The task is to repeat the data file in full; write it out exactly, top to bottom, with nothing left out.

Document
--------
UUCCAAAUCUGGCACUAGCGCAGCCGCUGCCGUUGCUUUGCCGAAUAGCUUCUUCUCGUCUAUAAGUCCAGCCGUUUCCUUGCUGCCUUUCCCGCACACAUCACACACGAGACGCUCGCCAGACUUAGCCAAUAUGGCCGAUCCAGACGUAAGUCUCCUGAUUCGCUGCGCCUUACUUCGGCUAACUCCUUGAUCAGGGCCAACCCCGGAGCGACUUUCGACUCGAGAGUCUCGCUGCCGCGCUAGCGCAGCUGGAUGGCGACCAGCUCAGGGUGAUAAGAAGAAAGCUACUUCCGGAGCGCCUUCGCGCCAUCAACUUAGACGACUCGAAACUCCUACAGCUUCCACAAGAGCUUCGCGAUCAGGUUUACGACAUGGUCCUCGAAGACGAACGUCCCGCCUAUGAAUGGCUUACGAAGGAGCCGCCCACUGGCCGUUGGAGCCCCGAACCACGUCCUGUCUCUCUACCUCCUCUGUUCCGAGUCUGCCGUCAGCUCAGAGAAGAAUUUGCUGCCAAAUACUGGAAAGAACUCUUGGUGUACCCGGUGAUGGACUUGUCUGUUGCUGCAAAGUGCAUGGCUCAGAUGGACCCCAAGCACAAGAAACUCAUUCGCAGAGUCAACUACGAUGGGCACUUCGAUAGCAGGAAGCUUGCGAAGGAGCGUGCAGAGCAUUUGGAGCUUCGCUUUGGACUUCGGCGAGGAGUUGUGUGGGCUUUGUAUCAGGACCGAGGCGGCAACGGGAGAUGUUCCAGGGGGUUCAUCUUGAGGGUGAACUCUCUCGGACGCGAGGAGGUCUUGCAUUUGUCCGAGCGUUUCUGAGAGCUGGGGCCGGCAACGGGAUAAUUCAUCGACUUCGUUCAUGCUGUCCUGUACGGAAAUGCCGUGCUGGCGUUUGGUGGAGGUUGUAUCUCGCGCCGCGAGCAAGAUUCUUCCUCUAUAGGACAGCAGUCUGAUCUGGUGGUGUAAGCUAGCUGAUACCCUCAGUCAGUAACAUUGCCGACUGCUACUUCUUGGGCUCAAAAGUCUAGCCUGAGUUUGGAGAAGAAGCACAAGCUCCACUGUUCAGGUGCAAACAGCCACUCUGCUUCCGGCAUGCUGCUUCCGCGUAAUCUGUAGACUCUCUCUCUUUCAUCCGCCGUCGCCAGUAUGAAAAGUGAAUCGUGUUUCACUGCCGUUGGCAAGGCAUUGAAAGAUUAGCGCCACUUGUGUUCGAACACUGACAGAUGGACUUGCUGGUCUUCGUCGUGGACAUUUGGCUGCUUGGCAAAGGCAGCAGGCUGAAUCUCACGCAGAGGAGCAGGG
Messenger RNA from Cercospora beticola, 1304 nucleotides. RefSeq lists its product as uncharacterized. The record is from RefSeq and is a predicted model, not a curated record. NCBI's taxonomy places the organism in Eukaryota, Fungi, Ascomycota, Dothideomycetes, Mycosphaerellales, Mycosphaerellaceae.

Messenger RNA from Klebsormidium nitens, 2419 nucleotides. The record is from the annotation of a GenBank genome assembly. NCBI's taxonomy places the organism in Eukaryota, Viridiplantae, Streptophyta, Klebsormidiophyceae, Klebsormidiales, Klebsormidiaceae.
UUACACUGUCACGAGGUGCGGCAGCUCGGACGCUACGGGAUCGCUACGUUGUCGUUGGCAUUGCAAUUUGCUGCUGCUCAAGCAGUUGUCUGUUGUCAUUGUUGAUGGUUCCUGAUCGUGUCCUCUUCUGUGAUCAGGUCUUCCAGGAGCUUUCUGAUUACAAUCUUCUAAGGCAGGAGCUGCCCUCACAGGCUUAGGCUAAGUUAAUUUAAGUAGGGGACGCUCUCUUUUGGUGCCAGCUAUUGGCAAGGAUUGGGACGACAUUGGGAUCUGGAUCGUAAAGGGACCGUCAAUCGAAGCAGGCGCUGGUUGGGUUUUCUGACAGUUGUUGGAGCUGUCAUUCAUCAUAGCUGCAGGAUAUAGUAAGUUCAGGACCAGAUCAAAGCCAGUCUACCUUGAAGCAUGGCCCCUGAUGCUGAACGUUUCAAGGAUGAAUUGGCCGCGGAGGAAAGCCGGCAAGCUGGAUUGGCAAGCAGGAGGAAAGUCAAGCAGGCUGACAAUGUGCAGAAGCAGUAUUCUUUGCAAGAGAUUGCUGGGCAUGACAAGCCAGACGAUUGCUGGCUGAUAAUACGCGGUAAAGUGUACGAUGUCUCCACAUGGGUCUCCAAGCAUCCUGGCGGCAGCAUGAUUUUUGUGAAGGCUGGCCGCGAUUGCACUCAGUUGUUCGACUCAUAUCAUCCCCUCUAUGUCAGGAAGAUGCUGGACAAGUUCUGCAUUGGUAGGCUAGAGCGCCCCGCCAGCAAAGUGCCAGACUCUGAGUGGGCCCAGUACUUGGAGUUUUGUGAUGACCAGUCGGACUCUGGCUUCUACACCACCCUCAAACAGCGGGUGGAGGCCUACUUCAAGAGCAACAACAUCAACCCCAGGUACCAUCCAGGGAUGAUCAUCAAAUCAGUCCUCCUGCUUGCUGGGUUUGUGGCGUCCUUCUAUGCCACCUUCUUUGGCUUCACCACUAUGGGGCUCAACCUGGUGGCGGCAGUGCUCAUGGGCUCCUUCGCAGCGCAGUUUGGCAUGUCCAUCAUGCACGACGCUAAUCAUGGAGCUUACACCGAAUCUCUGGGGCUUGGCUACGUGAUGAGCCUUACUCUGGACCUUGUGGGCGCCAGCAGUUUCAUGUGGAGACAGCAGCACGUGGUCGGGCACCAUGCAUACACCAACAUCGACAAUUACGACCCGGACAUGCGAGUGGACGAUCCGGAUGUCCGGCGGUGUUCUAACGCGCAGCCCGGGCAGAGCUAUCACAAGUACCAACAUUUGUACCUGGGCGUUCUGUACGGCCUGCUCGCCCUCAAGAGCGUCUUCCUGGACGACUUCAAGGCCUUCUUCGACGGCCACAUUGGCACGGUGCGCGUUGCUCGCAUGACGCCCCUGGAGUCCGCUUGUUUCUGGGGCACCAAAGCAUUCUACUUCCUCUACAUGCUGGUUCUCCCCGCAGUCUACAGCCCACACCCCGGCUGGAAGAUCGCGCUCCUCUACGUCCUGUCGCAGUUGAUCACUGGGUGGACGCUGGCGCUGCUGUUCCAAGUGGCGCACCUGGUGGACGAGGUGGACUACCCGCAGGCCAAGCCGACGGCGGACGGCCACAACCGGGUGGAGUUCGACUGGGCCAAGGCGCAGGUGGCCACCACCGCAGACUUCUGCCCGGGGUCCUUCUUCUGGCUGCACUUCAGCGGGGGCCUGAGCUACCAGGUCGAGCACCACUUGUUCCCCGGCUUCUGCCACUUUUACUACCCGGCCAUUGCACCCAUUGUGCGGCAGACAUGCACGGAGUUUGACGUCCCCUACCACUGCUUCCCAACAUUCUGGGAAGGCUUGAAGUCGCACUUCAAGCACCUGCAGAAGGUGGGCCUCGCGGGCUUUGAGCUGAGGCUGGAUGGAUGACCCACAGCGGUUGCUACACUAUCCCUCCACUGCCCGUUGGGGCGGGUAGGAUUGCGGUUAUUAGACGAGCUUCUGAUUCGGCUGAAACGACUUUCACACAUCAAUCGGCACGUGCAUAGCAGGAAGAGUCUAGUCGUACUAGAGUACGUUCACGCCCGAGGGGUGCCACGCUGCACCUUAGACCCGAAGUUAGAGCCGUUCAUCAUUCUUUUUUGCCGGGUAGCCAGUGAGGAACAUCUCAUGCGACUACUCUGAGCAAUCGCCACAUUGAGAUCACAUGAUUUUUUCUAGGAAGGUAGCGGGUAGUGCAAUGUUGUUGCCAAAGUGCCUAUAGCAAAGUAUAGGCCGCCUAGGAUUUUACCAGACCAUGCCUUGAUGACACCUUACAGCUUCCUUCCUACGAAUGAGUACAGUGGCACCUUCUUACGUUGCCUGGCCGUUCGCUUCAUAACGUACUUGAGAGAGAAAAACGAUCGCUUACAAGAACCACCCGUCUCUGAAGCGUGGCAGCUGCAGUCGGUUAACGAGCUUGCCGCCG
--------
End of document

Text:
UUCCAAAUCUGGCACUAGCGCAGCCGCUGCCGUUGCUUUGCCGAAUAGCUUCUUCUCGUCUAUAAGUCCAGCCGUUUCCUUGCUGCCUUUCCCGCACACAUCACACACGAGACGCUCGCCAGACUUAGCCAAUAUGGCCGAUCCAGACGUAAGUCUCCUGAUUCGCUGCGCCUUACUUCGGCUAACUCCUUGAUCAGGGCCAACCCCGGAGCGACUUUCGACUCGAGAGUCUCGCUGCCGCGCUAGCGCAGCUGGAUGGCGACCAGCUCAGGGUGAUAAGAAGAAAGCUACUUCCGGAGCGCCUUCGCGCCAUCAACUUAGACGACUCGAAACUCCUACAGCUUCCACAAGAGCUUCGCGAUCAGGUUUACGACAUGGUCCUCGAAGACGAACGUCCCGCCUAUGAAUGGCUUACGAAGGAGCCGCCCACUGGCCGUUGGAGCCCCGAACCACGUCCUGUCUCUCUACCUCCUCUGUUCCGAGUCUGCCGUCAGCUCAGAGAAGAAUUUGCUGCCAAAUACUGGAAAGAACUCUUGGUGUACCCGGUGAUGGACUUGUCUGUUGCUGCAAAGUGCAUGGCUCAGAUGGACCCCAAGCACAAGAAACUCAUUCGCAGAGUCAACUACGAUGGGCACUUCGAUAGCAGGAAGCUUGCGAAGGAGCGUGCAGAGCAUUUGGAGCUUCGCUUUGGACUUCGGCGAGGAGUUGUGUGGGCUUUGUAUCAGGACCGAGGCGGCAACGGGAGAUGUUCCAGGGGGUUCAUCUUGAGGGUGAACUCUCUCGGACGCGAGGAGGUCUUGCAUUUGUCCGAGCGUUUCUGAGAGCUGGGGCCGGCAACGGGAUAAUUCAUCGACUUCGUUCAUGCUGUCCUGUACGGAAAUGCCGUGCUGGCGUUUGGUGGAGGUUGUAUCUCGCGCCGCGAGCAAGAUUCUUCCUCUAUAGGACAGCAGUCUGAUCUGGUGGUGUAAGCUAGCUGAUACCCUCAGUCAGUAACAUUGCCGACUGCUACUUCUUGGGCUCAAAAGUCUAGCCUGAGUUUGGAGAAGAAGCACAAGCUCCACUGUUCAGGUGCAAACAGCCACUCUGCUUCCGGCAUGCUGCUUCCGCGUAAUCUGUAGACUCUCUCUCUUUCAUCCGCCGUCGCCAGUAUGAAAAGUGAAUCGUGUUUCACUGCCGUUGGCAAGGCAUUGAAAGAUUAGCGCCACUUGUGUUCGAACACUGACAGAUGGACUUGCUGGUCUUCGUCGUGGACAUUUGGCUGCUUGGCAAAGGCAGCAGGCUGAAUCUCACGCAGAGGAGCAGGG
Messenger RNA from Cercospora beticola, 1304 nucleotides. RefSeq lists its product as uncharacterized. The record is from RefSeq and is a predicted model, not a curated record. NCBI's taxonomy places the organism in Eukaryota, Fungi, Ascomycota, Dothideomycetes, Mycosphaerellales, Mycosphaerellaceae.

Messenger RNA from Klebsormidium nitens, 2419 nucleotides. The record is from the annotation of a GenBank genome assembly. NCBI's taxonomy places the organism in Eukaryota, Viridiplantae, Streptophyta, Klebsormidiophyceae, Klebsormidiales, Klebsormidiaceae.
UUACACUGUCACGAGGUGCGGCAGCUCGGACGCUACGGGAUCGCUACGUUGUCGUUGGCAUUGCAAUUUGCUGCUGCUCAAGCAGUUGUCUGUUGUCAUUGUUGAUGGUUCCUGAUCGUGUCCUCUUCUGUGAUCAGGUCUUCCAGGAGCUUUCUGAUUACAAUCUUCUAAGGCAGGAGCUGCCCUCACAGGCUUAGGCUAAGUUAAUUUAAGUAGGGGACGCUCUCUUUUGGUGCCAGCUAUUGGCAAGGAUUGGGACGACAUUGGGAUCUGGAUCGUAAAGGGACCGUCAAUCGAAGCAGGCGCUGGUUGGGUUUUCUGACAGUUGUUGGAGCUGUCAUUCAUCAUAGCUGCAGGAUAUAGUAAGUUCAGGACCAGAUCAAAGCCAGUCUACCUUGAAGCAUGGCCCCUGAUGCUGAACGUUUCAAGGAUGAAUUGGCCGCGGAGGAAAGCCGGCAAGCUGGAUUGGCAAGCAGGAGGAAAGUCAAGCAGGCUGACAAUGUGCAGAAGCAGUAUUCUUUGCAAGAGAUUGCUGGGCAUGACAAGCCAGACGAUUGCUGGCUGAUAAUACGCGGUAAAGUGUACGAUGUCUCCACAUGGGUCUCCAAGCAUCCUGGCGGCAGCAUGAUUUUUGUGAAGGCUGGCCGCGAUUGCACUCAGUUGUUCGACUCAUAUCAUCCCCUCUAUGUCAGGAAGAUGCUGGACAAGUUCUGCAUUGGUAGGCUAGAGCGCCCCGCCAGCAAAGUGCCAGACUCUGAGUGGGCCCAGUACUUGGAGUUUUGUGAUGACCAGUCGGACUCUGGCUUCUACACCACCCUCAAACAGCGGGUGGAGGCCUACUUCAAGAGCAACAACAUCAACCCCAGGUACCAUCCAGGGAUGAUCAUCAAAUCAGUCCUCCUGCUUGCUGGGUUUGUGGCGUCCUUCUAUGCCACCUUCUUUGGCUUCACCACUAUGGGGCUCAACCUGGUGGCGGCAGUGCUCAUGGGCUCCUUCGCAGCGCAGUUUGGCAUGUCCAUCAUGCACGACGCUAAUCAUGGAGCUUACACCGAAUCUCUGGGGCUUGGCUACGUGAUGAGCCUUACUCUGGACCUUGUGGGCGCCAGCAGUUUCAUGUGGAGACAGCAGCACGUGGUCGGGCACCAUGCAUACACCAACAUCGACAAUUACGACCCGGACAUGCGAGUGGACGAUCCGGAUGUCCGGCGGUGUUCUAACGCGCAGCCCGGGCAGAGCUAUCACAAGUACCAACAUUUGUACCUGGGCGUUCUGUACGGCCUGCUCGCCCUCAAGAGCGUCUUCCUGGACGACUUCAAGGCCUUCUUCGACGGCCACAUUGGCACGGUGCGCGUUGCUCGCAUGACGCCCCUGGAGUCCGCUUGUUUCUGGGGCACCAAAGCAUUCUACUUCCUCUACAUGCUGGUUCUCCCCGCAGUCUACAGCCCACACCCCGGCUGGAAGAUCGCGCUCCUCUACGUCCUGUCGCAGUUGAUCACUGGGUGGACGCUGGCGCUGCUGUUCCAAGUGGCGCACCUGGUGGACGAGGUGGACUACCCGCAGGCCAAGCCGACGGCGGACGGCCACAACCGGGUGGAGUUCGACUGGGCCAAGGCGCAGGUGGCCACCACCGCAGACUUCUGCCCGGGGUCCUUCUUCUGGCUGCACUUCAGCGGGGGCCUGAGCUACCAGGUCGAGCACCACUUGUUCCCCGGCUUCUGCCACUUUUACUACCCGGCCAUUGCACCCAUUGUGCGGCAGACAUGCACGGAGUUUGACGUCCCCUACCACUGCUUCCCAACAUUCUGGGAAGGCUUGAAGUCGCACUUCAAGCACCUGCAGAAGGUGGGCCUCGCGGGCUUUGAGCUGAGGCUGGAUGGAUGACCCACAGCGGUUGCUACACUAUCCCUCCACUGCCCGUUGGGGCGGGUAGGAUUGCGGUUAUUAGACGAGCUUCUGAUUCGGCUGAAACGACUUUCACACAUCAAUCGGCACGUGCAUAGCAGGAAGAGUCUAGUCGUACUAGAGUACGUUCACGCCCGAGGGGUGCCACGCUGCACCUUAGACCCGAAGUUAGAGCCGUUCAUCAUUCUUUUUUGCCGGGUAGCCAGUGAGGAACAUCUCAUGCGACUACUCUGAGCAAUCGCCACAUUGAGAUCACAUGAUUUUUUCUAGGAAGGUAGCGGGUAGUGCAAUGUUGUUGCCAAAGUGCCUAUAGCAAAGUAUAGGCCGCCUAGGAUUUUACCAGACCAUGCCUUGAUGACACCUUACAGCUUCCUUCCUACGAAUGAGUACAGUGGCACCUUCUUACGUUGCCUGGCCGUUCGCUUCAUAACGUACUUGAGAGAGAAAAACGAUCGCUUACAAGAACCACCCGUCUCUGAAGCGUGGCAGCUGCAGUCGGUUAACGAGCUUGCCGCCG